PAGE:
quantum

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quan·tum

 (kwŏn′təm)
n. pl. quan·ta (-tə)
1. Physics
a. The smallest amount of a physical quantity that can exist independently, especially a discrete quantity of electromagnetic radiation.
b. This amount of energy regarded as a unit.
2. A quantity or amount.
3. A specified portion.
4. Something that can be counted or measured.
5. A unit of acetylcholine, released at the synaptic cleft of a neuromuscular junction.
adj.
Relating to or based upon quantum theory.

[Latin, from neuter of quantus, how great; see quantity.]
American Heritage® Dictionary of the English Language, Fifth Edition. Copyright © 2016 by Houghton Mifflin Harcourt Publishing Company. Published by Houghton Mifflin Harcourt Publishing Company. All rights reserved.

quantum

(ˈkwɒntəm)
n, pl -ta (-tə)
1. (Atomic Physics) physics
a. the smallest quantity of some physical property, such as energy, that a system can possess according to the quantum theory
b. a particle with such a unit of energy
2. amount or quantity, esp a specific amount
3. (often used with a negative) the least possible amount that can suffice: there is not a quantum of evidence for your accusation.
4. something that can be quantified or measured
5. (modifier) loosely, sudden, spectacular, or vitally important: a quantum improvement.
[C17: from Latin quantus (adj) how much]
Collins English Dictionary – Complete and Unabridged, 12th Edition 2014 © HarperCollins Publishers 1991, 1994, 1998, 2000, 2003, 2006, 2007, 2009, 2011, 2014

quan•tum

(ˈkwɒn təm)

n., pl. -ta (-tə),
adj. n.
1. quantity or amount: the least quantum of evidence.
2. share; portion.
3. a large quantity.
4.
a. the smallest excitation of a quantized wave or field, as a photon or phonon.
b. the fundamental unit of a quantized physical property, as angular momentum, and the smallest amount by which its magnitude can change.
adj.
5. sudden and significant: a quantum increase in productivity.
[1610–20; Latin quantus how much]
Random House Kernerman Webster's College Dictionary, © 2010 K Dictionaries Ltd. Copyright 2005, 1997, 1991 by Random House, Inc. All rights reserved.

quan·tum

(kwŏn′təm)
Plural quanta
A unit of energy, especially electromagnetic energy, that is the smallest physical quantity that can exist on its own. A quantum acts both like a particle and like an energy wave. Photons are examples of quanta.
The American Heritage® Student Science Dictionary, Second Edition. Copyright © 2014 by Houghton Mifflin Harcourt Publishing Company. Published by Houghton Mifflin Harcourt Publishing Company. All rights reserved.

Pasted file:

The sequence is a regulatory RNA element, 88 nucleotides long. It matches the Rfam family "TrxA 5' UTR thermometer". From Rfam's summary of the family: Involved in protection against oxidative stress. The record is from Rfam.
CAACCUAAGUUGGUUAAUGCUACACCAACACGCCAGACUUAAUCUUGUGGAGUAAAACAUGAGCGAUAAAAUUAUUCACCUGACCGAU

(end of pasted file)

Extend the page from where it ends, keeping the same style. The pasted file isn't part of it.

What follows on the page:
ThesaurusAntonymsRelated WordsSynonymsLegend:
Noun1.quantum - a discrete amount of something that is analogous to the quantities in quantum theory
quantity - the concept that something has a magnitude and can be represented in mathematical expressions by a constant or a variable
2.quantum - (physics) the smallest discrete quantity of some physical property that a system can possess (according to quantum theory)
quantity, measure, amount - how much there is or how many there are of something that you can quantify
natural philosophy, physics - the science of matter and energy and their interactions; "his favorite subject was physics"
quasiparticle - a quantum of energy (in a crystal lattice or other system) that has position and momentum and can in some respects be regarded as a particle
Based on WordNet 3.0, Farlex clipart collection. © 2003-2012 Princeton University, Farlex Inc.

quantum

noun
1. That which is allotted:
Informal: cut.
Slang: divvy.
2. A measurable whole:
The American Heritage® Roget's Thesaurus. Copyright © 2013, 2014 by Houghton Mifflin Harcourt Publishing Company. Published by Houghton Mifflin Harcourt Publishing Company. All rights reserved.
Translations
quàntum
kvanttimäärämäärällinenmerkittäväsuuri
kvantummennyiség
量子
ilośćkwantkwantowakwantowekwantowy
quantum

quantum

[ˈkwɒntəm]
A. N (quanta (pl)) → cuanto m, quantum m
B. CPD quantum leap Nsalto m espectacular
quantum mechanics NSINGmecánica f cuántica
quantum number Nnúmero m cuántico
quantum physics NSINGfísica f cuántica
quantum theory Nteoría f cuántica
Collins Spanish Dictionary - Complete and Unabridged 8th Edition 2005 © William Collins Sons & Co. Ltd. 1971, 1988 © HarperCollins Publishers 1992, 1993, 1996, 1997, 2000, 2003, 2005

quantum

[ˈkwɒntəm] adj [physics, mechanics] → quantique; [theory] → des quantaquantum leap quantum jump n (fig)bond m en avantquantum mechanics nmécanique f quantique
Collins English/French Electronic Resource. © HarperCollins Publishers 2005

quantum

n pl <quanta> (Phys) → Quant nt; the quality of life cannot be measured as a quantumLebensqualität kann nicht in Zahlen ausgedrückt werden; the quantum of satisfactiondas (Aus)maß an Zufriedenheit

quantum

:
quantum jump, quantum leap
n (Phys) → Quantensprung m; (fig)Riesenschritt m
quantum mechanics
n singQuantenmechanik f
quantum number
nQuantenzahl f
quantum physics
n singQuantenphysik f
quantum theory
Collins German Dictionary – Complete and Unabridged 7th Edition 2005. © William Collins Sons & Co. Ltd. 1980 © HarperCollins Publishers 1991, 1997, 1999, 2004, 2005, 2007

quantum

[ˈkwɒntəm] (Phys)
1. nquanto
2. adj (number) → quantico/a; (mechanics) → quantistico/a
Collins Italian Dictionary 1st Edition © HarperCollins Publishers 1995

quan·tum

n. L. quantum, unidad de energía.
English-Spanish Medical Dictionary © Farlex 2012
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2r: "Accedit rei militaris peritia que quantam tibi gloriam pariat quivis optime potest agnoscere.